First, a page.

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EDITIONS
London Referendum Friday, 8 May, 1998, 02:59 GMT 03:59 UK
Overwhelming vote for mayor
By BBC News online's Nick Assinder.

Londoners have voted overwhelmingly in favour of creating an elected mayor and assembly to run the capital.

With 26 of the 33 London votes counted, around 75% backed the proposal with only 25% saying "no".

The move was a resounding endorsement of Tony Blair's constitutional reforms. He claimed success in the early hours, declaring: "I am delighted that the people of London have voted so convincingly for a mayor an an assembly."

The only setback was the low turnout of around 33% which led to some Tory claims that it undermined the legitimacy of the vote. But Labour dismissed the claim, insisting people had not voted because they believed the result was a foregone conclusion.

A powerful figure

The Prime Minister has already declared that the mayor will be the most powerful politician outside Westminster.

He or she will command a budget of more than 3 billion and have control over police, fire and transport.

The holder will inevitably become a national figure similar to the often-controversial US mayors in cities like New York and Chicago.

The 25-strong assembly will have an electorate of more than five million and, like the mayor, will serve for five years.

Who will be mayor?

The referendum result, which delighted the government as it had put the policy at the centre of its manifesto for the capital, now opens the way for a fierce campaign between contenders for the post.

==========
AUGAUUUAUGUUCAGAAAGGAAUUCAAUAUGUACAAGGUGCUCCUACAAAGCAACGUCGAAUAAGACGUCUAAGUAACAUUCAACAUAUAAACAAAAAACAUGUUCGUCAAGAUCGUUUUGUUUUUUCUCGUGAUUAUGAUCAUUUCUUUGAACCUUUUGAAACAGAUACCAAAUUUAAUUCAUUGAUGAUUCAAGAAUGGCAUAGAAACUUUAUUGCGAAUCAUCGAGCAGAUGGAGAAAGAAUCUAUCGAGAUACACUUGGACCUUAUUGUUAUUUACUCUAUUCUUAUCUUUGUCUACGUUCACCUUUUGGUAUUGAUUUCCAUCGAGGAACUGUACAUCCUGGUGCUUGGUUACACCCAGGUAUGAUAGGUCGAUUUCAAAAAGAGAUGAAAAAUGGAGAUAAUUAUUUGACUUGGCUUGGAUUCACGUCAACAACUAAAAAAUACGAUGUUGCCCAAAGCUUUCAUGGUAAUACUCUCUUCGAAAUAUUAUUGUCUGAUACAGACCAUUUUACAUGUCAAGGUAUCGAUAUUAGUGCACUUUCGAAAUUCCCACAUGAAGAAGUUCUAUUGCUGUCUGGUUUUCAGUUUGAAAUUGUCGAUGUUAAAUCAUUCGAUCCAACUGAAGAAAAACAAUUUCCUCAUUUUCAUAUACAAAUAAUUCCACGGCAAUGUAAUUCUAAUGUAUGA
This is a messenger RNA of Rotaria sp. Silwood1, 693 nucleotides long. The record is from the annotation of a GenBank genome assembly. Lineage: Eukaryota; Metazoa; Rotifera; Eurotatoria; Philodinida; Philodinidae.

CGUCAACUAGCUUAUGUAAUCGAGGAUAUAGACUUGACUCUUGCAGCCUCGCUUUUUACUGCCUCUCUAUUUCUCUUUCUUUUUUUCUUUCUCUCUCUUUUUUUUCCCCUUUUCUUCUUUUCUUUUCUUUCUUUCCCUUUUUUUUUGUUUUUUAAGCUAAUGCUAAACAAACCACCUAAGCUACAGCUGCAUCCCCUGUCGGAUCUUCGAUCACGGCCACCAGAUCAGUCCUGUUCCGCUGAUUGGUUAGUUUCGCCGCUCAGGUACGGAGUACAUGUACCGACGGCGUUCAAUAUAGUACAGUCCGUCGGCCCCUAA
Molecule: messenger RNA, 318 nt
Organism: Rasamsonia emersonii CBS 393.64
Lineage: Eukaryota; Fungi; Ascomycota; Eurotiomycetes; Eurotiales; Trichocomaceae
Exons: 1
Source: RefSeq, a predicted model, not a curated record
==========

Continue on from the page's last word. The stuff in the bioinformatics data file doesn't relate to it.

But it could also open up a battle inside the Labour party as Tony Blair looks for a suitable "New Labour" candidate to stop former GLC boss Ken Livingstone who has already announced he is ready to stand.

Labour leaders fear Mr Livingstone would use the power base as a platform to attack government policies in the same way he did when he led the council during Margaret Thatcher's premiership.

He is already top of the polls among Londoners, second only to Virgin boss Richard Branson who has effectively ruled himself out. It would be impossible for him to take up the full-time, paid job without putting his own business dealings on the back burner.

Possible "official" Labour candidates could include Transport Minister Glenda Jackson or even Health Secretary Frank Dobson.

TV presenter Trevor Phillips, Sports Minister Tony Banks and backbencher Margaret Hodge have all been floated as possible "stop Ken" candidates.

The Tories, who urged Londoners to vote "yes and then vote Conservative" will put up a candidate selected by the membership.

Runners could include former Hong Kong governor Chris Patten, recently appointed by the government to lead the review into the RUC in Ulster, and former ministers Steven Norris and David Mellor. The Liberal Democrats' favourite is Bermondsey MP Simon Hughes.

Whoever finally decides to stand, one thing is certain - they will be up against former Tory chairman, author and millionaire Jeffrey Archer.

He is the only candidate so far to have officially declared his hand and has already launched his campaign.

Links to more London Referendum stories are at the foot of the page.


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